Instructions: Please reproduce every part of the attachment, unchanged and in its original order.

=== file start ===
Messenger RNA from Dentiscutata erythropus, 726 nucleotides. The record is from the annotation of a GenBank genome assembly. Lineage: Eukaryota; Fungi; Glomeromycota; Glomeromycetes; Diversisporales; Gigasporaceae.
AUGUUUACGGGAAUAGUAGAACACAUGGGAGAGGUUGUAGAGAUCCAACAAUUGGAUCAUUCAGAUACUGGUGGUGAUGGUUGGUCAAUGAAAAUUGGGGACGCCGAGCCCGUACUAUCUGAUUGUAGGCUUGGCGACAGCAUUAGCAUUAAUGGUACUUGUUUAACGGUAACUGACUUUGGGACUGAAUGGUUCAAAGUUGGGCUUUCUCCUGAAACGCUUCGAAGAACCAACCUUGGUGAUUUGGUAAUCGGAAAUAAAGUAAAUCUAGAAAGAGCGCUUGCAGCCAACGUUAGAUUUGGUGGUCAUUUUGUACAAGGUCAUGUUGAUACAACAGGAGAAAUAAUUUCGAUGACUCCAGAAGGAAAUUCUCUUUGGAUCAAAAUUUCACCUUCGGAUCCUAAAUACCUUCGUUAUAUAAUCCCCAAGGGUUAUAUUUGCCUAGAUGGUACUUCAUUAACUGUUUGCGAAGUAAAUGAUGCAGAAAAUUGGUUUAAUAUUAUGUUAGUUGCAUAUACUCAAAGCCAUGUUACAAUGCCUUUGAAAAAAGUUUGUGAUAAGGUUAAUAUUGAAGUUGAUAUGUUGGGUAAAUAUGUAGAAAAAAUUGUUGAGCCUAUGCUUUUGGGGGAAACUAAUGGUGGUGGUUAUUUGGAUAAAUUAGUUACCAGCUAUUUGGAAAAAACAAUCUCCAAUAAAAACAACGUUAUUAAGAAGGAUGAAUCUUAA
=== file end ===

Messenger RNA from Dentiscutata erythropus, 726 nucleotides. The record is from the annotation of a GenBank genome assembly. Lineage: Eukaryota; Fungi; Glomeromycota; Glomeromycetes; Diversisporales; Gigasporaceae.
AUGUUUACGGGAAUAGUAGAACACAUGGGAGAGGUUGUAGAGAUCCAACAAUUGGAUCAUUCAGAUACUGGUGGUGAUGGUUGGUCAAUGAAAAUUGGGGACGCCGAGCCCGUACUAUCUGAUUGUAGGCUUGGCGACAGCAUUAGCAUUAAUGGUACUUGUUUAACGGUAACUGACUUUGGGACUGAAUGGUUCAAAGUUGGGCUUUCUCCUGAAACGCUUCGAAGAACCAACCUUGGUGAUUUGGUAAUCGGAAAUAAAGUAAAUCUAGAAAGAGCGCUUGCAGCCAACGUUAGAUUUGGUGGUCAUUUUGUACAAGGUCAUGUUGAUACAACAGGAGAAAUAAUUUCGAUGACUCCAGAAGGAAAUUCUCUUUGGAUCAAAAUUUCACCUUCGGAUCCUAAAUACCUUCGUUAUAUAAUCCCCAAGGGUUAUAUUUGCCUAGAUGGUACUUCAUUAACUGUUUGCGAAGUAAAUGAUGCAGAAAAUUGGUUUAAUAUUAUGUUAGUUGCAUAUACUCAAAGCCAUGUUACAAUGCCUUUGAAAAAAGUUUGUGAUAAGGUUAAUAUUGAAGUUGAUAUGUUGGGUAAAUAUGUAGAAAAAAUUGUUGAGCCUAUGCUUUUGGGGGAAACUAAUGGUGGUGGUUAUUUGGAUAAAUUAGUUACCAGCUAUUUGGAAAAAACAAUCUCCAAUAAAAACAACGUUAUUAAGAAGGAUGAAUCUUAA